Many of us are excited about the season and ready to get on the court-in our minds! Tennis is about fitness and being fit is sometimes hard to achieve. Watching the Indian Wells tournament some commentators mentioned the regimen of some of the players warming up for an hour and a half. What could you possibly do for so long?
It was noted that the importance of stretching and warming up among professionals was to prevent injury, not just to “loosen up.”
Professionals on the circuit play tournament matches daily and have very little time in between to recover from injury whereas the amateur player has days and weeks to come back from sprains, twists, pulls and soreness. As a preventative measure, the pros increase the stretching and warm up time to ready muscles, ligaments, increase blood flow and ease into play to avoid pulling and aggravating overused muscles or past injuries.
Some stretching that can benefit you the most will take an adequate amount of time. Who has the time? You do if you value your health and fitness. Arrive at your match early to allow at least 10 minutes for a stretching session; go to the parking lot, an open space, somewhere naturally beautiful and build this time into your travel time so you can feel ready for play. The following video is 10 minutes and is almost meditative but has stretches that are familiar and some new ones. Professionals cited stretching the back as the most important part of the body to ready-something many players never do! Watch the video and although slow moving will give you the tools to better take care of your tennis fitness.
The University of Rochester Health Encyclopedia explains:
“Exercise, and other factors, can cause your muscles to shorten. By regularly stretching the muscles, you counteract that shortening. Stretching promotes flexibility, allowing you to move your muscles and joints through their full range of motion.”
“Muscles that are warmed up before being put under a sudden stress are more likely to be able to handle the stress. Stretching can help keep the body limber by releasing muscle tension and tightness. A tight muscle is not able to function like it should. “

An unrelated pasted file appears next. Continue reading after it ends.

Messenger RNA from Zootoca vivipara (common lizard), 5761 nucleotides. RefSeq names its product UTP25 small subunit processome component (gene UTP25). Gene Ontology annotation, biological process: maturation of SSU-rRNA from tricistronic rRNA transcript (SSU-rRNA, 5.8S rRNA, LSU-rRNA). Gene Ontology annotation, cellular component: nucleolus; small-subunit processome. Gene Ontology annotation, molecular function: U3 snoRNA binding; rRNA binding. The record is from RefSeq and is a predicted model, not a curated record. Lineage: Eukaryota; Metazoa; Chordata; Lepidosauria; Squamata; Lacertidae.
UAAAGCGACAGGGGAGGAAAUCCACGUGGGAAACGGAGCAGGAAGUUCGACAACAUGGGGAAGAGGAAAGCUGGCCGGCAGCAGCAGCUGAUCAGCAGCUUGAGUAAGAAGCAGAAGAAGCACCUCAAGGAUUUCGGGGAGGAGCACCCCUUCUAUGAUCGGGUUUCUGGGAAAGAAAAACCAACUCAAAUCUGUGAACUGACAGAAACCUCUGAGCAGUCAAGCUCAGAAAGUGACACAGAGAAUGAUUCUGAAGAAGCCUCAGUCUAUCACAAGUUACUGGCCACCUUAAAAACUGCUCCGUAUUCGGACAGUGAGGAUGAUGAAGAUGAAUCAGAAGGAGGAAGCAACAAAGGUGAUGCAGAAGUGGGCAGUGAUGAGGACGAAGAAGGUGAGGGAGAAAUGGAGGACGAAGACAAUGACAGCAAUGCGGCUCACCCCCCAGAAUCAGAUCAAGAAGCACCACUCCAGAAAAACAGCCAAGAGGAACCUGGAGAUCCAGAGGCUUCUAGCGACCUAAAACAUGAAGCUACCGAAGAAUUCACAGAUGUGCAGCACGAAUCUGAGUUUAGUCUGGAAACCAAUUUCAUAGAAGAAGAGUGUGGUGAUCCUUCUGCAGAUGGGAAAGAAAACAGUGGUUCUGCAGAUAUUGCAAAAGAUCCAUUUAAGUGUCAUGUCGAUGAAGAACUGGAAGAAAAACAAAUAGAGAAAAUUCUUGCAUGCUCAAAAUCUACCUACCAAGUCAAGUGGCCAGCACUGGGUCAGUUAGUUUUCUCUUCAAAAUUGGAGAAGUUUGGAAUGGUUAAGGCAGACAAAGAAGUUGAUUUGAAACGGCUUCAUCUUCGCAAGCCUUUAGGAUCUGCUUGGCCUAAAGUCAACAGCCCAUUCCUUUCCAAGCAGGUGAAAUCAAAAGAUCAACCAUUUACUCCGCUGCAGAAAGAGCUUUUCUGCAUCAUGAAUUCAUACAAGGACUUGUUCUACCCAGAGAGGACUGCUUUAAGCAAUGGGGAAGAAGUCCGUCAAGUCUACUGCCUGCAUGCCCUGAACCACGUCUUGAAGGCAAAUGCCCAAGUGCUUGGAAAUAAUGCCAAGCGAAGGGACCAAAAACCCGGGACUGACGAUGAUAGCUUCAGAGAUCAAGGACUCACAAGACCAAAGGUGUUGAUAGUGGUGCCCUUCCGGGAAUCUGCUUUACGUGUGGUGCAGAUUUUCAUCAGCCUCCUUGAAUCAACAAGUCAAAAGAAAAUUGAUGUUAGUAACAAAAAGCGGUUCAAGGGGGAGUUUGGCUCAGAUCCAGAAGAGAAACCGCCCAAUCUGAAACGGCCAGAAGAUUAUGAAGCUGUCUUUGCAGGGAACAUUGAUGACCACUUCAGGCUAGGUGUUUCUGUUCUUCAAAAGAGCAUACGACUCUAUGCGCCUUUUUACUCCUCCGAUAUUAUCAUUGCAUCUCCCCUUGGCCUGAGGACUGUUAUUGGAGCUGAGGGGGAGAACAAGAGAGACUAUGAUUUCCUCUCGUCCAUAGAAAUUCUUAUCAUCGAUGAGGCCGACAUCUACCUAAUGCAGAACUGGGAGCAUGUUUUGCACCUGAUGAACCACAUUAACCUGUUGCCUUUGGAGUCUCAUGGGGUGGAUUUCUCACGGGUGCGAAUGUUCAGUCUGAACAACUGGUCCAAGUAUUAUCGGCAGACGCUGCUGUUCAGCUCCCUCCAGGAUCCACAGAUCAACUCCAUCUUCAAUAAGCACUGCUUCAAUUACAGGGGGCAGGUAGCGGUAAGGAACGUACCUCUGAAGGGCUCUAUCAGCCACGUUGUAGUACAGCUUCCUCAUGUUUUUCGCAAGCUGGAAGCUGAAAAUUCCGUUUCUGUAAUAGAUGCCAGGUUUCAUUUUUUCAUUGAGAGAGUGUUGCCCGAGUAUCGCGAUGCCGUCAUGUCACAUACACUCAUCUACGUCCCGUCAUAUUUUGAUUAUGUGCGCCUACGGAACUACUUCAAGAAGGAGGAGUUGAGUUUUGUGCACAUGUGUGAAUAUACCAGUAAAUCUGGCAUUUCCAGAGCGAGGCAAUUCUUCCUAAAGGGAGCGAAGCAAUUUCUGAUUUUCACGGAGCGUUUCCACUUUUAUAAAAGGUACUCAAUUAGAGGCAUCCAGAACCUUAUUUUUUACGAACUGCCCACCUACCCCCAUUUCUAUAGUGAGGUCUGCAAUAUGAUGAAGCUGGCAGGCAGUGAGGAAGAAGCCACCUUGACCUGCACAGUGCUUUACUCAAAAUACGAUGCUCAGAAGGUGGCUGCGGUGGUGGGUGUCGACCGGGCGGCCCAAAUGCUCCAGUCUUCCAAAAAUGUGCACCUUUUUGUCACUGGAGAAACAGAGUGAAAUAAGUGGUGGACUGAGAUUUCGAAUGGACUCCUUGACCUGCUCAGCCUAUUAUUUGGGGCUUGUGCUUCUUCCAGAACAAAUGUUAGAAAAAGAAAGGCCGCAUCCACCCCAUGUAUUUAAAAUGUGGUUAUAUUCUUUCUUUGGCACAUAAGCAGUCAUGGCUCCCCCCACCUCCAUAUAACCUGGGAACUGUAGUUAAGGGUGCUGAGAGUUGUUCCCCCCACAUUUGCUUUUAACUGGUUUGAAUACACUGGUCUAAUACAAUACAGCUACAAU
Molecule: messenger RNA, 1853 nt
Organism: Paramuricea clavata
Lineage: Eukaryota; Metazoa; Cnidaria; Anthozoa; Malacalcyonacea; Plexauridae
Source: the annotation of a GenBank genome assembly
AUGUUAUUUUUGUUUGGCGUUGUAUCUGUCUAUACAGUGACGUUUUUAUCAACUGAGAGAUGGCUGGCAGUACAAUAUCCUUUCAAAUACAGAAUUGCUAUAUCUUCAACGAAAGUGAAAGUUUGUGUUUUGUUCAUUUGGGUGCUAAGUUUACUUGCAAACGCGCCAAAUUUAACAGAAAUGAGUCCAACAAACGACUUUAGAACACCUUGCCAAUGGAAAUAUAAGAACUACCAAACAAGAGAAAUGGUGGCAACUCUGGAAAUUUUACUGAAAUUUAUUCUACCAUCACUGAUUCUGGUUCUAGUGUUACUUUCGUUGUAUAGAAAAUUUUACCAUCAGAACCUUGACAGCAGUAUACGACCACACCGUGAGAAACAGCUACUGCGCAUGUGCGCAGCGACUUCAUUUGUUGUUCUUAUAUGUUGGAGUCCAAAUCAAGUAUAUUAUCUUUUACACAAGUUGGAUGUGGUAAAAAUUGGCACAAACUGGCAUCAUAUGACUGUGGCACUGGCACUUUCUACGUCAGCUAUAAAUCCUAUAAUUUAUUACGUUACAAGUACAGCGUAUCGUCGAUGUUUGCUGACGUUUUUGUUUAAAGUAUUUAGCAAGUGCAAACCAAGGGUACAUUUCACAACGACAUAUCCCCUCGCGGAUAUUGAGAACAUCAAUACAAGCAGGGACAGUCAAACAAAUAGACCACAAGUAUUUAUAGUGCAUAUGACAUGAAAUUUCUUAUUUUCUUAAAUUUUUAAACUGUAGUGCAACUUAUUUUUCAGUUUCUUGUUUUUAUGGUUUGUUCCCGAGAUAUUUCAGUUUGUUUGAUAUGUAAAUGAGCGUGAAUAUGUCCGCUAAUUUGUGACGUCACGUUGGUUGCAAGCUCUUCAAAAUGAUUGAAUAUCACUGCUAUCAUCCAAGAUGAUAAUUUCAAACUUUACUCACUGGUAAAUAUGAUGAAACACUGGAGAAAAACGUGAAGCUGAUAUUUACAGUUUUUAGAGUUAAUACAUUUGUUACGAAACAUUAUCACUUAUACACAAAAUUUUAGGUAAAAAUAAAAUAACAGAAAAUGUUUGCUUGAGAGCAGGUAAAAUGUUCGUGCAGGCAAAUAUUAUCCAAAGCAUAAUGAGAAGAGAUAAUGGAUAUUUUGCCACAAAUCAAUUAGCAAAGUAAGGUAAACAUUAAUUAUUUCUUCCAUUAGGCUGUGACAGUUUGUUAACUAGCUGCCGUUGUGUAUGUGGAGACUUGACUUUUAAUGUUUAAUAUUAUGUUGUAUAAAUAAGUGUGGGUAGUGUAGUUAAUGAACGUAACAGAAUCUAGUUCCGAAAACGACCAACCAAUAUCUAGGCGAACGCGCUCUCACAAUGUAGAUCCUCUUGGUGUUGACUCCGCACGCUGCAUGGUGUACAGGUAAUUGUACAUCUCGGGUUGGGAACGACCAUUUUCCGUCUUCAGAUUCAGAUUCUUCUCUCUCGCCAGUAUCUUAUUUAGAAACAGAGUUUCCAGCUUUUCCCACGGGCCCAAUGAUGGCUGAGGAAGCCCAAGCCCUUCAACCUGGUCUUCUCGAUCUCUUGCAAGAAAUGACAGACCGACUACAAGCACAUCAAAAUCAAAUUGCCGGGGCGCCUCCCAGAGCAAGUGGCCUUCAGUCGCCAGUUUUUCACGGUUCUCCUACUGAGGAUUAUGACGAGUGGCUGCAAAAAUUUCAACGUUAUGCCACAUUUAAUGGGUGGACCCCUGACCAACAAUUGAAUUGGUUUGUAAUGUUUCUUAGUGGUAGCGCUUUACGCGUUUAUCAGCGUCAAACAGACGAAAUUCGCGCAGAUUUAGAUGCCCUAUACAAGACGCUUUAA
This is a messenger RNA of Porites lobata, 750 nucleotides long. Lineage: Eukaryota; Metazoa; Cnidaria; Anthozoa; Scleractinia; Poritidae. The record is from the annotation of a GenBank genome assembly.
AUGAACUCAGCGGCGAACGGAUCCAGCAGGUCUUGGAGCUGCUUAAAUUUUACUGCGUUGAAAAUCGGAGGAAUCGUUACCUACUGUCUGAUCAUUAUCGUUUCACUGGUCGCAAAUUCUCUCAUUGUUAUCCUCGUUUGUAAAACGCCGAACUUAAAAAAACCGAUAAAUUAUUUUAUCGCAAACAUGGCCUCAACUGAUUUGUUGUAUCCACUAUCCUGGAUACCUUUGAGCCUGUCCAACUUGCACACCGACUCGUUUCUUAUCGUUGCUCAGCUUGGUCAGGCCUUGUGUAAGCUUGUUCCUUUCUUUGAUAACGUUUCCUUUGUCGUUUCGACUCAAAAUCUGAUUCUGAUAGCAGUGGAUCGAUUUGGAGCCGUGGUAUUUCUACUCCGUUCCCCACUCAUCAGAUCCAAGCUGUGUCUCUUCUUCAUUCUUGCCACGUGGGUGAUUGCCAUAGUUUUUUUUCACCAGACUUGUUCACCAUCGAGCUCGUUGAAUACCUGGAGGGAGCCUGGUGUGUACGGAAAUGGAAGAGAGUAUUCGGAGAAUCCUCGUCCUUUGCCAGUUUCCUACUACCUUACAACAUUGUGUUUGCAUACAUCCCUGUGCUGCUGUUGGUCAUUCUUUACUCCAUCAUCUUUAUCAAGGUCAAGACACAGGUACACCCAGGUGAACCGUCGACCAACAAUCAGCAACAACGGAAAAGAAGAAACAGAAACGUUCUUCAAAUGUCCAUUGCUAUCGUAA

How to get the most from your stretching as recommended by the URMC
· Do five to 10 minutes of walking or light jogging to warm up before you start exercising and stretching. Do not try to stretch muscles when they are "cold."
· Stretch at least two to three times a week. If you work out two to three times a week, just make it part of your workout routine.
· Stretch all major muscle groups, especially those your activity involves. For running or other leg-centered exercise, that means the quadriceps, hamstrings, and calves. Stretch the shoulders, chest, and back before activities working the upper body.
· Stretch each muscle group individually using slow, gentle movements. Breathe while you stretch, exhaling as you move into the stretch. Hold the position no more than 20 to 30 seconds. Three to five repetitions is recommended.
· Don't try to balance and stretch at the same time. Holding onto a chair or wall for standing stretches provides more stability.
· Don't bounce while you stretch or make sudden movements. Back off if you experience pain. Stretching should not take a joint past its normal range of motion. Stretching the wrong way can harm muscles by creating small tears that may become bigger when you exercise.
In further research, static and dynamic stretching were named, defined and explored and it was proposed that mimicking actual play (dynamic) in warm up readies muscles for what they will endure during a match. Isolating muscle groups or static stretching is good to prep muscles for achieving range of motion but should be accompanied by mini tennis and a stroke warm up at less than full power to alert certain muscles to awaken. Lengthening muscles allows for greater flexibility but may not kick start those muscles that allow you to explode into action on the court. Stretching and warming up with groundstrokes, volleys, serves, etc. serve the purpose of readying your game but more importantly readying your body for play.
Ease in to prevent a season of pain and promote a season of fitness!
Get on the Court!